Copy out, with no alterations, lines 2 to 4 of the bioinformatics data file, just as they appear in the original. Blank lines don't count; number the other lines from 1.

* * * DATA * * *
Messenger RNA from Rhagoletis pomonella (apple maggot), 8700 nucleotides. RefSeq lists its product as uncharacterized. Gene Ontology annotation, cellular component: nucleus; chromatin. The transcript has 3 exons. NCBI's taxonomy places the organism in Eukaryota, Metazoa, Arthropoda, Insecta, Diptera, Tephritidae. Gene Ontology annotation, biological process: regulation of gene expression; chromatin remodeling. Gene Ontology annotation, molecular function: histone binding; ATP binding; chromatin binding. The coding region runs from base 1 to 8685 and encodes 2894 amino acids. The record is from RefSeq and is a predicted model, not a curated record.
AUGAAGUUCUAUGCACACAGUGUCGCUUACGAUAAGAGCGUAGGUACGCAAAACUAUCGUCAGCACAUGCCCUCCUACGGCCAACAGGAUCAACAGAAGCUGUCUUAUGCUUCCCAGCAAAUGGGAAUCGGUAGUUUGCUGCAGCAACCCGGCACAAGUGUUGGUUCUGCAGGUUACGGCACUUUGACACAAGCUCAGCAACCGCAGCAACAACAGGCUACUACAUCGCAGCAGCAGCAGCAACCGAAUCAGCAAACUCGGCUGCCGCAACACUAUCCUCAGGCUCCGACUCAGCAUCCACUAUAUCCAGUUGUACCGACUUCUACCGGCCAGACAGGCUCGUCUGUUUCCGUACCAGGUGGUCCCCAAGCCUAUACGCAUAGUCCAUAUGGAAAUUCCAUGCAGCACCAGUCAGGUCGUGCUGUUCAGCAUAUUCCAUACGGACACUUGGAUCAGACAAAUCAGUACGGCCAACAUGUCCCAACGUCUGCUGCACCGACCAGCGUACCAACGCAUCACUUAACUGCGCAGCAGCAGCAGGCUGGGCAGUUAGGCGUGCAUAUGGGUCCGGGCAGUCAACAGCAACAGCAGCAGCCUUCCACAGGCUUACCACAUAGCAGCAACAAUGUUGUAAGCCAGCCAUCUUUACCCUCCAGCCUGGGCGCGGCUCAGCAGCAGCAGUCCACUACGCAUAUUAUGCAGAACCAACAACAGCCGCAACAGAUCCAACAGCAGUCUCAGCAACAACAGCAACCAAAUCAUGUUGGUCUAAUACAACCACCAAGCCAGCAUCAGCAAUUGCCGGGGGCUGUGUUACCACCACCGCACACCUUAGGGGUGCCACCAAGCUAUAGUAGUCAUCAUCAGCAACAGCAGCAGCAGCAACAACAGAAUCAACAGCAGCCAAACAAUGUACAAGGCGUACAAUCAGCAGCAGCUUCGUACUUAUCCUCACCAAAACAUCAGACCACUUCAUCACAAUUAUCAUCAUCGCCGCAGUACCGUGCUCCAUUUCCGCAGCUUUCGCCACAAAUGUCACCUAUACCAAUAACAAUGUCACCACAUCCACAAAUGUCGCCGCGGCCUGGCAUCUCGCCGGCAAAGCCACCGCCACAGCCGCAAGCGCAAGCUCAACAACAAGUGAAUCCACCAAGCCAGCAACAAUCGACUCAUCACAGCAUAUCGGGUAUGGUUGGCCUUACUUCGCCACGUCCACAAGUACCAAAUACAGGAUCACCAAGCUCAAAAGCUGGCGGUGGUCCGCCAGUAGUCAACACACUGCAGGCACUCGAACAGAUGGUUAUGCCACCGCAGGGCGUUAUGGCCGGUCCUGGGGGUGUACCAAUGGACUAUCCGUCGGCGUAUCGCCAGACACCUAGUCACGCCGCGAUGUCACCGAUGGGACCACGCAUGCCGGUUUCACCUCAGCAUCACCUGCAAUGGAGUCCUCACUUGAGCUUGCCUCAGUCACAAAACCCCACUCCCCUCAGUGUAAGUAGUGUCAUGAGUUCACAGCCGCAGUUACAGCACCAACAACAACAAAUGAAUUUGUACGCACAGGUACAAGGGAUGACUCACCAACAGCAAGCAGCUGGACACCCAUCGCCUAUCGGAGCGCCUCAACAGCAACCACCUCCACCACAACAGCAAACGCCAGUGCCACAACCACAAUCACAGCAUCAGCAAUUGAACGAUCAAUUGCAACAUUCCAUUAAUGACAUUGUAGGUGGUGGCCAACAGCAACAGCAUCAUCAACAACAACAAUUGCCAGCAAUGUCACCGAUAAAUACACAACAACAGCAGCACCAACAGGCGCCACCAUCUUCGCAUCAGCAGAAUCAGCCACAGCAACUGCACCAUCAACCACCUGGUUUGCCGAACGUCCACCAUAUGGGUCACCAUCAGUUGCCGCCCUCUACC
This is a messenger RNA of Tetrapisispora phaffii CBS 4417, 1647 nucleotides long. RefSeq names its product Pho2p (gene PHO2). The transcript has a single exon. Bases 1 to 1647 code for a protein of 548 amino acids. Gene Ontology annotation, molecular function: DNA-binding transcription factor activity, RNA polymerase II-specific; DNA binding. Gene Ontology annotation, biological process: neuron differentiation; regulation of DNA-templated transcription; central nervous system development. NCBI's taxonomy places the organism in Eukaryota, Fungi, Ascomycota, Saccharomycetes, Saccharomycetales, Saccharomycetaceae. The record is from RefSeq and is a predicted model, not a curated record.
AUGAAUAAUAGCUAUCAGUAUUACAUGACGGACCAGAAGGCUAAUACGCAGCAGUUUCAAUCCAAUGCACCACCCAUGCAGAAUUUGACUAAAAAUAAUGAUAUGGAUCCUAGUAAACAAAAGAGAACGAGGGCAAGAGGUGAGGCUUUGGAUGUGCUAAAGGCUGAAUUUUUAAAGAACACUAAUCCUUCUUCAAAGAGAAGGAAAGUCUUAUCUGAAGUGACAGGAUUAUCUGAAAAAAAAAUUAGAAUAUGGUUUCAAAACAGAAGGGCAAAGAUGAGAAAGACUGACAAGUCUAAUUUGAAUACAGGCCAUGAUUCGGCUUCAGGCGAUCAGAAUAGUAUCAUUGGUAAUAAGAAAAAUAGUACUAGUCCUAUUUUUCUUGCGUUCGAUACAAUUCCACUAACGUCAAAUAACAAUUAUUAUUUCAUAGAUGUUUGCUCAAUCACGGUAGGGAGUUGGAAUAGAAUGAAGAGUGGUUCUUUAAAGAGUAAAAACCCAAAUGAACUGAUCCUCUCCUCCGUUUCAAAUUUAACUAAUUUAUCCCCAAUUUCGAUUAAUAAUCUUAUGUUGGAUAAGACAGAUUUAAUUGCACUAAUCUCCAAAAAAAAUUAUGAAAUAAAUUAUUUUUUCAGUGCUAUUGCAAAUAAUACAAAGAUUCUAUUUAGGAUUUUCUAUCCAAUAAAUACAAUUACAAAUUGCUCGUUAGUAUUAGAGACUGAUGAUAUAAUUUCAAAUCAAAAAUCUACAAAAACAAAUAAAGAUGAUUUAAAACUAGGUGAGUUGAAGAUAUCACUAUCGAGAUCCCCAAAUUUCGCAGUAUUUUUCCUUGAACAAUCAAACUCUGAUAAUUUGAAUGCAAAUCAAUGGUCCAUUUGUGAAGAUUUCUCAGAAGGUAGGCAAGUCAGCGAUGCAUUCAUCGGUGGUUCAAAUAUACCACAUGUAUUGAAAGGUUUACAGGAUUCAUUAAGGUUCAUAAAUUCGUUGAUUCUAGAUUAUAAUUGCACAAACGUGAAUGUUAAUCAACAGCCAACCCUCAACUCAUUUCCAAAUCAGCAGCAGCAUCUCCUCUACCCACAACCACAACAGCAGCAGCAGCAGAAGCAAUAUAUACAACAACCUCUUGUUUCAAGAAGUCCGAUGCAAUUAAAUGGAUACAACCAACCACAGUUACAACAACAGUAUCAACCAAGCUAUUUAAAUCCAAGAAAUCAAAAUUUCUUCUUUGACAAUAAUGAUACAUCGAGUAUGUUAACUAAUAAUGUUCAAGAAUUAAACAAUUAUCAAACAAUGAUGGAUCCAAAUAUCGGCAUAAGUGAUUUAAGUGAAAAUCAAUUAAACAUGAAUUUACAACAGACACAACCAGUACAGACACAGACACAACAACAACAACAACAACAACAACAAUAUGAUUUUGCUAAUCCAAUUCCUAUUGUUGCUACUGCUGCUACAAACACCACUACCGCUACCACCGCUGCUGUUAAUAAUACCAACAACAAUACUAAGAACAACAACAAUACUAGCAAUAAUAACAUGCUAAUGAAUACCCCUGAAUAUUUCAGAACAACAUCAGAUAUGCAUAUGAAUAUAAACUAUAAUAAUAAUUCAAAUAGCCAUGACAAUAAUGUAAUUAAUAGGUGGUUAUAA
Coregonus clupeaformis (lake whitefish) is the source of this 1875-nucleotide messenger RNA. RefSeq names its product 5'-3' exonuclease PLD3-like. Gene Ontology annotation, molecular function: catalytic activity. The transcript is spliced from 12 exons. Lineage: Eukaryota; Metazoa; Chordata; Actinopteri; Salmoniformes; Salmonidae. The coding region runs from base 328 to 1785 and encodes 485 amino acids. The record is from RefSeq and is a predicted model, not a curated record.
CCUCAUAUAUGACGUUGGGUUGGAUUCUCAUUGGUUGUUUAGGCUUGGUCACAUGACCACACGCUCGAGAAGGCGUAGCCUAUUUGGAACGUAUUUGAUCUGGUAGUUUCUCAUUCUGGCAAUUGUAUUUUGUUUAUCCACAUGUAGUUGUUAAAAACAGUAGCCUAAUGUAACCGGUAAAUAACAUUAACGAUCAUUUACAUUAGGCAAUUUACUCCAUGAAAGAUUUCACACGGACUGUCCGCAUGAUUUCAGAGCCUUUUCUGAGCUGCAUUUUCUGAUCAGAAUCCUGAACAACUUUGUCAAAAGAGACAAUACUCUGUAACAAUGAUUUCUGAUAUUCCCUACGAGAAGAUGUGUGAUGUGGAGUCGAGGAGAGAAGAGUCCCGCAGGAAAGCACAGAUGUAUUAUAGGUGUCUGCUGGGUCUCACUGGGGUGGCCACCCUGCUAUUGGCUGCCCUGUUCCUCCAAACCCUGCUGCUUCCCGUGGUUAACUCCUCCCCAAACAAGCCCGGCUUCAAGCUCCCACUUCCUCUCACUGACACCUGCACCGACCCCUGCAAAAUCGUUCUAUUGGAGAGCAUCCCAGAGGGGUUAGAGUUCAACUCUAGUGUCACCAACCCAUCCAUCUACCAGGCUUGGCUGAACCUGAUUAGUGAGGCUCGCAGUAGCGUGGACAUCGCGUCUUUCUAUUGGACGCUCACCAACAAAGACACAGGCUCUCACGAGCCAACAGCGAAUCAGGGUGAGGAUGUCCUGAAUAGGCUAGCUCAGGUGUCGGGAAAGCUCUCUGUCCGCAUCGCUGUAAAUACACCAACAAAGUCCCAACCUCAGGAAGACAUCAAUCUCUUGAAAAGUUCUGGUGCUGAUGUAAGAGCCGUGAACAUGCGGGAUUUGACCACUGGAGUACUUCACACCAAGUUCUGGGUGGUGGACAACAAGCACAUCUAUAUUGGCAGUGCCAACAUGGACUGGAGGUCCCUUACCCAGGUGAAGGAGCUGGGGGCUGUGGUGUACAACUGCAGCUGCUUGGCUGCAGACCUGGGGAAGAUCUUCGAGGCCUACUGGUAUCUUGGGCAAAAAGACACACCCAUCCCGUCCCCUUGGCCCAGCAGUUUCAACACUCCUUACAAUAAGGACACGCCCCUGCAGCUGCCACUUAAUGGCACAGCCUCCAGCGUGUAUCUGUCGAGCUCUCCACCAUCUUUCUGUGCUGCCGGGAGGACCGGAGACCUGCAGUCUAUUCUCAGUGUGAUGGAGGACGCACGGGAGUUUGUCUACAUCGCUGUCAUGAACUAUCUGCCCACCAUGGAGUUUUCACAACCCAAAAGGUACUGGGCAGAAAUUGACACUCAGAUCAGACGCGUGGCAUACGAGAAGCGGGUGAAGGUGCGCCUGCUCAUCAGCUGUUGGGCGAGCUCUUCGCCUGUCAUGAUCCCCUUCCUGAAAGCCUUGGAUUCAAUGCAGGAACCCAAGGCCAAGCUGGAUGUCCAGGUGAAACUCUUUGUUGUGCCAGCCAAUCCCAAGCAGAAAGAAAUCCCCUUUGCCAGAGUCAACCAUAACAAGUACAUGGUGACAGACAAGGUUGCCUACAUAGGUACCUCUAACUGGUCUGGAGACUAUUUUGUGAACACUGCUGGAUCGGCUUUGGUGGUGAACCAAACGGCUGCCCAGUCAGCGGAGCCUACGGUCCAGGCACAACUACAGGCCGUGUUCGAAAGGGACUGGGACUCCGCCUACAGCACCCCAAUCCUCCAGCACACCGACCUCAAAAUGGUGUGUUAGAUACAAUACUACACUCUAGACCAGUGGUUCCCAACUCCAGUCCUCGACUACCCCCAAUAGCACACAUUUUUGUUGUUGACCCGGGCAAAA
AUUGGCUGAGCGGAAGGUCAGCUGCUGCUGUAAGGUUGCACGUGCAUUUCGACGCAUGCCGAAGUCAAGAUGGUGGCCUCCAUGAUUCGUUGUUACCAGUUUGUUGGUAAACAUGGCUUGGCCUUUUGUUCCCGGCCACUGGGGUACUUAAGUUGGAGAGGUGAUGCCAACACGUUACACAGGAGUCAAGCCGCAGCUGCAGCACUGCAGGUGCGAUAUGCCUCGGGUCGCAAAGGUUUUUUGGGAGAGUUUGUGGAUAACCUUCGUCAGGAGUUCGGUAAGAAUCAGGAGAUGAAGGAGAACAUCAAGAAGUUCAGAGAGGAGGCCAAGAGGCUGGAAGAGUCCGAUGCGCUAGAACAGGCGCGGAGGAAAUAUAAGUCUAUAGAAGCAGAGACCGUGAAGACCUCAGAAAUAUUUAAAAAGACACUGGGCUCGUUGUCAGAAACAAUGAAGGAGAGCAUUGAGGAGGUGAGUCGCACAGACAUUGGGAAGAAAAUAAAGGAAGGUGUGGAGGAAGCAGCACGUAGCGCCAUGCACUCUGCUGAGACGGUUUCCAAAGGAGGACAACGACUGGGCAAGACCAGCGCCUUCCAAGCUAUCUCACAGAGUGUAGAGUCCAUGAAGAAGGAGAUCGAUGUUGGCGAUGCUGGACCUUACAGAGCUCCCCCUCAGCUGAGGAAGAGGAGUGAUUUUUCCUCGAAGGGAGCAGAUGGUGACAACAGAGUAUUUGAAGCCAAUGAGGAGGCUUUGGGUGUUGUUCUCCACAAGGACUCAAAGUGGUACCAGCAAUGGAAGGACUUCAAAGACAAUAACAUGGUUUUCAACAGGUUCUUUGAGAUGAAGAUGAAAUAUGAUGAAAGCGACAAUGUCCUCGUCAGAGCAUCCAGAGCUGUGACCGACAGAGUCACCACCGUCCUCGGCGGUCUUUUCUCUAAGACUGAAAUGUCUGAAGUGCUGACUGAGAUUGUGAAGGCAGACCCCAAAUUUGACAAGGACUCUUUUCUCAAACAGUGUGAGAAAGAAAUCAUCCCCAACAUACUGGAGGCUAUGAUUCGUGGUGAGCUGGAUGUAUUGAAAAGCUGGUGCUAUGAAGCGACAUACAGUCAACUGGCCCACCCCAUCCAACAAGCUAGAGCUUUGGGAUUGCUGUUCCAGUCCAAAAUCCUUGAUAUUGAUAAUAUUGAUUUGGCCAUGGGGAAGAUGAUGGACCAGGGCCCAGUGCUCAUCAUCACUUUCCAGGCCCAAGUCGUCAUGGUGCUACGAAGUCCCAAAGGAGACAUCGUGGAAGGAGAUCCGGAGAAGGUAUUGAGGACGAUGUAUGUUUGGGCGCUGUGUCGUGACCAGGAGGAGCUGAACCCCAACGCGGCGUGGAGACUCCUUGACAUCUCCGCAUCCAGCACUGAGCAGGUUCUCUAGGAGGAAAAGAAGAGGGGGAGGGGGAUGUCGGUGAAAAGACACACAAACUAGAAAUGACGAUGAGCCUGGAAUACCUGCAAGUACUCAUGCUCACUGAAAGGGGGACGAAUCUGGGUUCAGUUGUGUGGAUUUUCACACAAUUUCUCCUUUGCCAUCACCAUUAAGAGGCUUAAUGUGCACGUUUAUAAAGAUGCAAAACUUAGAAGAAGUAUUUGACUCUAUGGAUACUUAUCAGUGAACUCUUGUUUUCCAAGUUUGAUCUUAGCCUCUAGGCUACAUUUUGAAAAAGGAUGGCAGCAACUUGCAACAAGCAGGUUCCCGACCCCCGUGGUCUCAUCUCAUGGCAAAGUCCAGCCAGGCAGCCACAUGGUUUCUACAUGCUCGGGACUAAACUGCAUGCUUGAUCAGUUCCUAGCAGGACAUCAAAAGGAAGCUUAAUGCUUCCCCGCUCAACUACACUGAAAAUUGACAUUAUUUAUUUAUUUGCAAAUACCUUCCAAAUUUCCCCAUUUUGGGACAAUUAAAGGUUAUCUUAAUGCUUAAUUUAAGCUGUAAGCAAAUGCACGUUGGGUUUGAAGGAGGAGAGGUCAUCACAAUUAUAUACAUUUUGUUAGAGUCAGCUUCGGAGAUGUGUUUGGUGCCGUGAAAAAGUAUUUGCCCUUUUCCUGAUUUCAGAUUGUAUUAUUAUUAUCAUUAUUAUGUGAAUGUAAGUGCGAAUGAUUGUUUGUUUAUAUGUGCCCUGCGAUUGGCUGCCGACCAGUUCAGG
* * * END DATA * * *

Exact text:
AUGAAGUUCUAUGCACACAGUGUCGCUUACGAUAAGAGCGUAGGUACGCAAAACUAUCGUCAGCACAUGCCCUCCUACGGCCAACAGGAUCAACAGAAGCUGUCUUAUGCUUCCCAGCAAAUGGGAAUCGGUAGUUUGCUGCAGCAACCCGGCACAAGUGUUGGUUCUGCAGGUUACGGCACUUUGACACAAGCUCAGCAACCGCAGCAACAACAGGCUACUACAUCGCAGCAGCAGCAGCAACCGAAUCAGCAAACUCGGCUGCCGCAACACUAUCCUCAGGCUCCGACUCAGCAUCCACUAUAUCCAGUUGUACCGACUUCUACCGGCCAGACAGGCUCGUCUGUUUCCGUACCAGGUGGUCCCCAAGCCUAUACGCAUAGUCCAUAUGGAAAUUCCAUGCAGCACCAGUCAGGUCGUGCUGUUCAGCAUAUUCCAUACGGACACUUGGAUCAGACAAAUCAGUACGGCCAACAUGUCCCAACGUCUGCUGCACCGACCAGCGUACCAACGCAUCACUUAACUGCGCAGCAGCAGCAGGCUGGGCAGUUAGGCGUGCAUAUGGGUCCGGGCAGUCAACAGCAACAGCAGCAGCCUUCCACAGGCUUACCACAUAGCAGCAACAAUGUUGUAAGCCAGCCAUCUUUACCCUCCAGCCUGGGCGCGGCUCAGCAGCAGCAGUCCACUACGCAUAUUAUGCAGAACCAACAACAGCCGCAACAGAUCCAACAGCAGUCUCAGCAACAACAGCAACCAAAUCAUGUUGGUCUAAUACAACCACCAAGCCAGCAUCAGCAAUUGCCGGGGGCUGUGUUACCACCACCGCACACCUUAGGGGUGCCACCAAGCUAUAGUAGUCAUCAUCAGCAACAGCAGCAGCAGCAACAACAGAAUCAACAGCAGCCAAACAAUGUACAAGGCGUACAAUCAGCAGCAGCUUCGUACUUAUCCUCACCAAAACAUCAGACCACUUCAUCACAAUUAUCAUCAUCGCCGCAGUACCGUGCUCCAUUUCCGCAGCUUUCGCCACAAAUGUCACCUAUACCAAUAACAAUGUCACCACAUCCACAAAUGUCGCCGCGGCCUGGCAUCUCGCCGGCAAAGCCACCGCCACAGCCGCAAGCGCAAGCUCAACAACAAGUGAAUCCACCAAGCCAGCAACAAUCGACUCAUCACAGCAUAUCGGGUAUGGUUGGCCUUACUUCGCCACGUCCACAAGUACCAAAUACAGGAUCACCAAGCUCAAAAGCUGGCGGUGGUCCGCCAGUAGUCAACACACUGCAGGCACUCGAACAGAUGGUUAUGCCACCGCAGGGCGUUAUGGCCGGUCCUGGGGGUGUACCAAUGGACUAUCCGUCGGCGUAUCGCCAGACACCUAGUCACGCCGCGAUGUCACCGAUGGGACCACGCAUGCCGGUUUCACCUCAGCAUCACCUGCAAUGGAGUCCUCACUUGAGCUUGCCUCAGUCACAAAACCCCACUCCCCUCAGUGUAAGUAGUGUCAUGAGUUCACAGCCGCAGUUACAGCACCAACAACAACAAAUGAAUUUGUACGCACAGGUACAAGGGAUGACUCACCAACAGCAAGCAGCUGGACACCCAUCGCCUAUCGGAGCGCCUCAACAGCAACCACCUCCACCACAACAGCAAACGCCAGUGCCACAACCACAAUCACAGCAUCAGCAAUUGAACGAUCAAUUGCAACAUUCCAUUAAUGACAUUGUAGGUGGUGGCCAACAGCAACAGCAUCAUCAACAACAACAAUUGCCAGCAAUGUCACCGAUAAAUACACAACAACAGCAGCACCAACAGGCGCCACCAUCUUCGCAUCAGCAGAAUCAGCCACAGCAACUGCACCAUCAACCACCUGGUUUGCCGAACGUCCACCAUAUGGGUCACCAUCAGUUGCCGCCCUCUACC
This is a messenger RNA of Tetrapisispora phaffii CBS 4417, 1647 nucleotides long. RefSeq names its product Pho2p (gene PHO2). The transcript has a single exon. Bases 1 to 1647 code for a protein of 548 amino acids. Gene Ontology annotation, molecular function: DNA-binding transcription factor activity, RNA polymerase II-specific; DNA binding. Gene Ontology annotation, biological process: neuron differentiation; regulation of DNA-templated transcription; central nervous system development. NCBI's taxonomy places the organism in Eukaryota, Fungi, Ascomycota, Saccharomycetes, Saccharomycetales, Saccharomycetaceae. The record is from RefSeq and is a predicted model, not a curated record.
AUGAAUAAUAGCUAUCAGUAUUACAUGACGGACCAGAAGGCUAAUACGCAGCAGUUUCAAUCCAAUGCACCACCCAUGCAGAAUUUGACUAAAAAUAAUGAUAUGGAUCCUAGUAAACAAAAGAGAACGAGGGCAAGAGGUGAGGCUUUGGAUGUGCUAAAGGCUGAAUUUUUAAAGAACACUAAUCCUUCUUCAAAGAGAAGGAAAGUCUUAUCUGAAGUGACAGGAUUAUCUGAAAAAAAAAUUAGAAUAUGGUUUCAAAACAGAAGGGCAAAGAUGAGAAAGACUGACAAGUCUAAUUUGAAUACAGGCCAUGAUUCGGCUUCAGGCGAUCAGAAUAGUAUCAUUGGUAAUAAGAAAAAUAGUACUAGUCCUAUUUUUCUUGCGUUCGAUACAAUUCCACUAACGUCAAAUAACAAUUAUUAUUUCAUAGAUGUUUGCUCAAUCACGGUAGGGAGUUGGAAUAGAAUGAAGAGUGGUUCUUUAAAGAGUAAAAACCCAAAUGAACUGAUCCUCUCCUCCGUUUCAAAUUUAACUAAUUUAUCCCCAAUUUCGAUUAAUAAUCUUAUGUUGGAUAAGACAGAUUUAAUUGCACUAAUCUCCAAAAAAAAUUAUGAAAUAAAUUAUUUUUUCAGUGCUAUUGCAAAUAAUACAAAGAUUCUAUUUAGGAUUUUCUAUCCAAUAAAUACAAUUACAAAUUGCUCGUUAGUAUUAGAGACUGAUGAUAUAAUUUCAAAUCAAAAAUCUACAAAAACAAAUAAAGAUGAUUUAAAACUAGGUGAGUUGAAGAUAUCACUAUCGAGAUCCCCAAAUUUCGCAGUAUUUUUCCUUGAACAAUCAAACUCUGAUAAUUUGAAUGCAAAUCAAUGGUCCAUUUGUGAAGAUUUCUCAGAAGGUAGGCAAGUCAGCGAUGCAUUCAUCGGUGGUUCAAAUAUACCACAUGUAUUGAAAGGUUUACAGGAUUCAUUAAGGUUCAUAAAUUCGUUGAUUCUAGAUUAUAAUUGCACAAACGUGAAUGUUAAUCAACAGCCAACCCUCAACUCAUUUCCAAAUCAGCAGCAGCAUCUCCUCUACCCACAACCACAACAGCAGCAGCAGCAGAAGCAAUAUAUACAACAACCUCUUGUUUCAAGAAGUCCGAUGCAAUUAAAUGGAUACAACCAACCACAGUUACAACAACAGUAUCAACCAAGCUAUUUAAAUCCAAGAAAUCAAAAUUUCUUCUUUGACAAUAAUGAUACAUCGAGUAUGUUAACUAAUAAUGUUCAAGAAUUAAACAAUUAUCAAACAAUGAUGGAUCCAAAUAUCGGCAUAAGUGAUUUAAGUGAAAAUCAAUUAAACAUGAAUUUACAACAGACACAACCAGUACAGACACAGACACAACAACAACAACAACAACAACAACAAUAUGAUUUUGCUAAUCCAAUUCCUAUUGUUGCUACUGCUGCUACAAACACCACUACCGCUACCACCGCUGCUGUUAAUAAUACCAACAACAAUACUAAGAACAACAACAAUACUAGCAAUAAUAACAUGCUAAUGAAUACCCCUGAAUAUUUCAGAACAACAUCAGAUAUGCAUAUGAAUAUAAACUAUAAUAAUAAUUCAAAUAGCCAUGACAAUAAUGUAAUUAAUAGGUGGUUAUAA